Although there were other steam powered excavators in the late 1700s, the steam shovel as we know it was designed by a Mr. Otis. He received his patent in 1839. The very first steam shovel, like anything newly invented, had a lot of kinks to work out. Unfortunately Mr. Otis died of Typhus fever just 9 months after he received the patent. As a result he was unable to do further work on his invention. In 1844, his widow married a Mr. Chapman. Mr. Chapman did a few improvements on the steam shovel. Many of the current earth moving machines are derived from Mr. Otis’ design.

The steam shovel went through many designs. The first steam shovels had cast iron wheels and operated on railroad tracks. To move the steam shovel from place to place, workers had to lay temporary rail tracts. Eventually the railway chassis were replaced with caterpillar tracks. The steam shovel had better mobility and the rails were no longer necessary. In 1884, England developed the 360 degree revolving shovel. The design quickly came across the ocean and was the preferred format for these earth moving machines. There were other changes as well, some small and others more obvious.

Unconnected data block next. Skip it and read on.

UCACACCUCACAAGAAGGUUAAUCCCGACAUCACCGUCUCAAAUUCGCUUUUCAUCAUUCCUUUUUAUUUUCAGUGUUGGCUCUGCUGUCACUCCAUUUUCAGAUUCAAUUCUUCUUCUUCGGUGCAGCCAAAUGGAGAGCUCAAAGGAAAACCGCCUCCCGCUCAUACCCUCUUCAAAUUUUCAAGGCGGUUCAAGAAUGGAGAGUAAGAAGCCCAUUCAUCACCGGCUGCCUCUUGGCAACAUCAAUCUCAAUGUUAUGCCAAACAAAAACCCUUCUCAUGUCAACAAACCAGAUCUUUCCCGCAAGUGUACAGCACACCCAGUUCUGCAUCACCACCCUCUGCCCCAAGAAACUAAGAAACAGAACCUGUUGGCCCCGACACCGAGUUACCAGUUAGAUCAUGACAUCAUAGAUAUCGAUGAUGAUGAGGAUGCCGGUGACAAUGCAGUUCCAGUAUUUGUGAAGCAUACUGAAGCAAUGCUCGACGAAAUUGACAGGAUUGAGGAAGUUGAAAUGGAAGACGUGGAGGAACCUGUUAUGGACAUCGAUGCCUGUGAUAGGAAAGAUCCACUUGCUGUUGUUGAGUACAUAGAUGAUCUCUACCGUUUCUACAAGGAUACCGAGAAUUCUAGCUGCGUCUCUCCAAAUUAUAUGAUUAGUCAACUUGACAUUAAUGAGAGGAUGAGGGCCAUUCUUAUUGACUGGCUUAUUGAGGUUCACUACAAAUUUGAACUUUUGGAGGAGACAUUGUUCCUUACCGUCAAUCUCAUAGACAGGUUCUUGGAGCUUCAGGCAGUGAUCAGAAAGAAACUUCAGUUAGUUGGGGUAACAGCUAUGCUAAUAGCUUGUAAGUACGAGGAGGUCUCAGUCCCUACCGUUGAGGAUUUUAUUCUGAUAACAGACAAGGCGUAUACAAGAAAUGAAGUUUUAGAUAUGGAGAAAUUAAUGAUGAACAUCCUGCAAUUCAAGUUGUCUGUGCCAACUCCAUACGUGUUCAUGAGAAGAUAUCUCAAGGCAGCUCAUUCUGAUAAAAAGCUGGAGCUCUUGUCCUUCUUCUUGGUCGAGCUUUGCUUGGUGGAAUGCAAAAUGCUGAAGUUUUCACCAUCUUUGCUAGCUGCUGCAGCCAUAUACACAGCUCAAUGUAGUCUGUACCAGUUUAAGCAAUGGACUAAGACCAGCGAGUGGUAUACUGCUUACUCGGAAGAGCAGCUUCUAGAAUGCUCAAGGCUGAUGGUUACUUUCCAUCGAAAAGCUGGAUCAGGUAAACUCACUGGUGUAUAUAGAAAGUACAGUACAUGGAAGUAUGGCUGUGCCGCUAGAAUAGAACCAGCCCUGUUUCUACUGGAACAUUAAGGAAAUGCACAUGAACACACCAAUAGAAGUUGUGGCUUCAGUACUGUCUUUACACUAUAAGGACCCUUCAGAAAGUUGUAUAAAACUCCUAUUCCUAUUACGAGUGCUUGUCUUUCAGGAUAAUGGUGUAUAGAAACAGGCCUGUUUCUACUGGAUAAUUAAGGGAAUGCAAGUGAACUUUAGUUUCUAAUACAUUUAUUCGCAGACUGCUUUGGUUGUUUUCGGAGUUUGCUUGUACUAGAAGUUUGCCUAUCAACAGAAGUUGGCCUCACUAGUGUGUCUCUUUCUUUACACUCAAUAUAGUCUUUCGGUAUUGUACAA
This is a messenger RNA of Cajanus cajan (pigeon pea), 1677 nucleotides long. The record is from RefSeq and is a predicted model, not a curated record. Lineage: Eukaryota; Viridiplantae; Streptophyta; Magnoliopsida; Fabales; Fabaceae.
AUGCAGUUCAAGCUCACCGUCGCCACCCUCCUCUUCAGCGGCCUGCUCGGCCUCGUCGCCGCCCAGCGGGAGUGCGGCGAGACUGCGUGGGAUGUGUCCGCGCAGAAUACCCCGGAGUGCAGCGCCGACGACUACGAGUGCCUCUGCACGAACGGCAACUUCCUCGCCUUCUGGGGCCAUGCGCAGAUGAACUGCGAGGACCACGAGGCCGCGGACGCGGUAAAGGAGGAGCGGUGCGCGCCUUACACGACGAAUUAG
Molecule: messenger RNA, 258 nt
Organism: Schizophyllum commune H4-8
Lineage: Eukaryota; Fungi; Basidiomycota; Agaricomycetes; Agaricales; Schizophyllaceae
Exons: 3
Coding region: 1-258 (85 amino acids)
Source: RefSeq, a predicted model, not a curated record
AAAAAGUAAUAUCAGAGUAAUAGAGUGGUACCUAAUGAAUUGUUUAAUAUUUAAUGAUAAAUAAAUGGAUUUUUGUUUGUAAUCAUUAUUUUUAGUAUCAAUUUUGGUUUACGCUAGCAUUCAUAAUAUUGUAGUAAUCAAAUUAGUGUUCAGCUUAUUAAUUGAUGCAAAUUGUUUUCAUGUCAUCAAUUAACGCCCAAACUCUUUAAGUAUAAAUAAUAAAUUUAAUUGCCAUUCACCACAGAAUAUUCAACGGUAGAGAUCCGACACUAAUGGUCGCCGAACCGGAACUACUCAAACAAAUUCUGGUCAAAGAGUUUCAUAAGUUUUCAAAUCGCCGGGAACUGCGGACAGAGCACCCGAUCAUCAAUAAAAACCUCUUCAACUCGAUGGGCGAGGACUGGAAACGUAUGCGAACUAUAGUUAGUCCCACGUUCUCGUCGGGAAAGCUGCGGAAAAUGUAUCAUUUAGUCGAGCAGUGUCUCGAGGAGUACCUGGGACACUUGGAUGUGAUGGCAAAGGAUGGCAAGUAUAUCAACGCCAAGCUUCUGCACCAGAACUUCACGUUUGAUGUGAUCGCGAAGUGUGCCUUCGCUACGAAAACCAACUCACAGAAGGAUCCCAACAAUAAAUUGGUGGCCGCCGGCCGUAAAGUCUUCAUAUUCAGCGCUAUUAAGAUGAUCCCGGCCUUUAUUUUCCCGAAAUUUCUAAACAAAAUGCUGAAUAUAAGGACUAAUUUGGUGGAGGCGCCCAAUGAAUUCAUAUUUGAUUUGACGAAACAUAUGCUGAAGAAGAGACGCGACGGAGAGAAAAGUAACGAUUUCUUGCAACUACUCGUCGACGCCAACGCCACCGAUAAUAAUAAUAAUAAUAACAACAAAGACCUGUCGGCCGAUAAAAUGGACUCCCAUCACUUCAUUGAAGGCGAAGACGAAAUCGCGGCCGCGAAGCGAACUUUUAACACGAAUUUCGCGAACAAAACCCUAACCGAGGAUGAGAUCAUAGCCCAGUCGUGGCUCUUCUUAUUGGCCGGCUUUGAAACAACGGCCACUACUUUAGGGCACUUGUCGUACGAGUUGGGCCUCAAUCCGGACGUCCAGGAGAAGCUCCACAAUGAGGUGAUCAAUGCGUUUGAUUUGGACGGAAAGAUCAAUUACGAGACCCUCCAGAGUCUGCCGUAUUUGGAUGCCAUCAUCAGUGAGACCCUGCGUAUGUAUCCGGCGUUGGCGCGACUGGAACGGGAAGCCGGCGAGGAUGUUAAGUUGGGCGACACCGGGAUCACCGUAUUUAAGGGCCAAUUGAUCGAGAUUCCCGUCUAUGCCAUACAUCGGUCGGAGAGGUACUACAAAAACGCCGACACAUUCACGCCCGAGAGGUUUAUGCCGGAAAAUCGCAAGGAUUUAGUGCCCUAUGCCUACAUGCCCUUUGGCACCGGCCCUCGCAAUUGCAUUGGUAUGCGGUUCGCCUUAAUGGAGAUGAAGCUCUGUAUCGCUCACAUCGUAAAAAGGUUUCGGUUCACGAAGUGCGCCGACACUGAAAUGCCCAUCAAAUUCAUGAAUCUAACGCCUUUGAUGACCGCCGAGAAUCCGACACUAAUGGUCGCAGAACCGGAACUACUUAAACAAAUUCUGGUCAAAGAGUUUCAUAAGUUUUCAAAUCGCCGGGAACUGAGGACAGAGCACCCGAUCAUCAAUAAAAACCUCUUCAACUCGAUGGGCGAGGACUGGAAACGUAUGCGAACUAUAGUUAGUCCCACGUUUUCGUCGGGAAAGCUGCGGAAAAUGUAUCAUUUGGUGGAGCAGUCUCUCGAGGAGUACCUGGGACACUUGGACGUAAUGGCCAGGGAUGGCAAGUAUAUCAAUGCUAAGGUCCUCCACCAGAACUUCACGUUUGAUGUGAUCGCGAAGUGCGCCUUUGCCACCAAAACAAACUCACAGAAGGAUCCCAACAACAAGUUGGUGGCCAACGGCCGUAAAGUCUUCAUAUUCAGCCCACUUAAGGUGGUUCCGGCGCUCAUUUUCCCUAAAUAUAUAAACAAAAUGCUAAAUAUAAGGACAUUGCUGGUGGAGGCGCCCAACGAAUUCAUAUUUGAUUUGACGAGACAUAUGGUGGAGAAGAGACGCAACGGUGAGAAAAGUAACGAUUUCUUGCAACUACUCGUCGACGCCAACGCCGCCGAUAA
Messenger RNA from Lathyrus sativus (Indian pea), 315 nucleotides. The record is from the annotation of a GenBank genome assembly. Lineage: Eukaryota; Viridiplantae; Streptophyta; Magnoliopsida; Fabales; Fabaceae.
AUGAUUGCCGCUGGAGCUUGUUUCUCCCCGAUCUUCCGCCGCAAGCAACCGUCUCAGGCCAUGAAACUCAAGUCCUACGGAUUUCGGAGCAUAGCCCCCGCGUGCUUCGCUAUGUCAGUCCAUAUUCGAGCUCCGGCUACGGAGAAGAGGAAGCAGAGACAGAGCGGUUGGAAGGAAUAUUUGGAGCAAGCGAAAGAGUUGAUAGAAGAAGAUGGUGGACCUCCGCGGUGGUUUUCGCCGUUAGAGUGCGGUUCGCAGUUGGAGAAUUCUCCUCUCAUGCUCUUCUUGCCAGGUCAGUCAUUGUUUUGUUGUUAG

The first steam shovels had a boiler which used wood or coal to heat water and create steam. During the 1930s, however, these were replaced with diesel-powered shovels. The diesel powered ones were lighter and cheaper than their forerunners. Later on the diesel powered shovels were replaced, at least in some areas, by electric powered shovels.

In 1877, Hodges and Armil brought an Otis steam shovel to Pittsburg. Their idea, while good, failed. The 8-to-12-foot overburden in Pittsburg was too much for the machine. In 1911, there had been enough progress on steam shovels that they were capable of being used in southeast Kansas. For about 50 to 60 years deep mining had replaced strip mining, but strip mining made a comeback in the 1930’s.

The above picture is of a model steam shovel built by Mr. Jack Verga at the age of 13. His father worked in the mine in Burgess and Jack visited often developing his design. Mr. Verga donated this wonderful piece of history to the Miners Hall Museum in Franklin. We invite you to come and view this relic and the many others we have on display.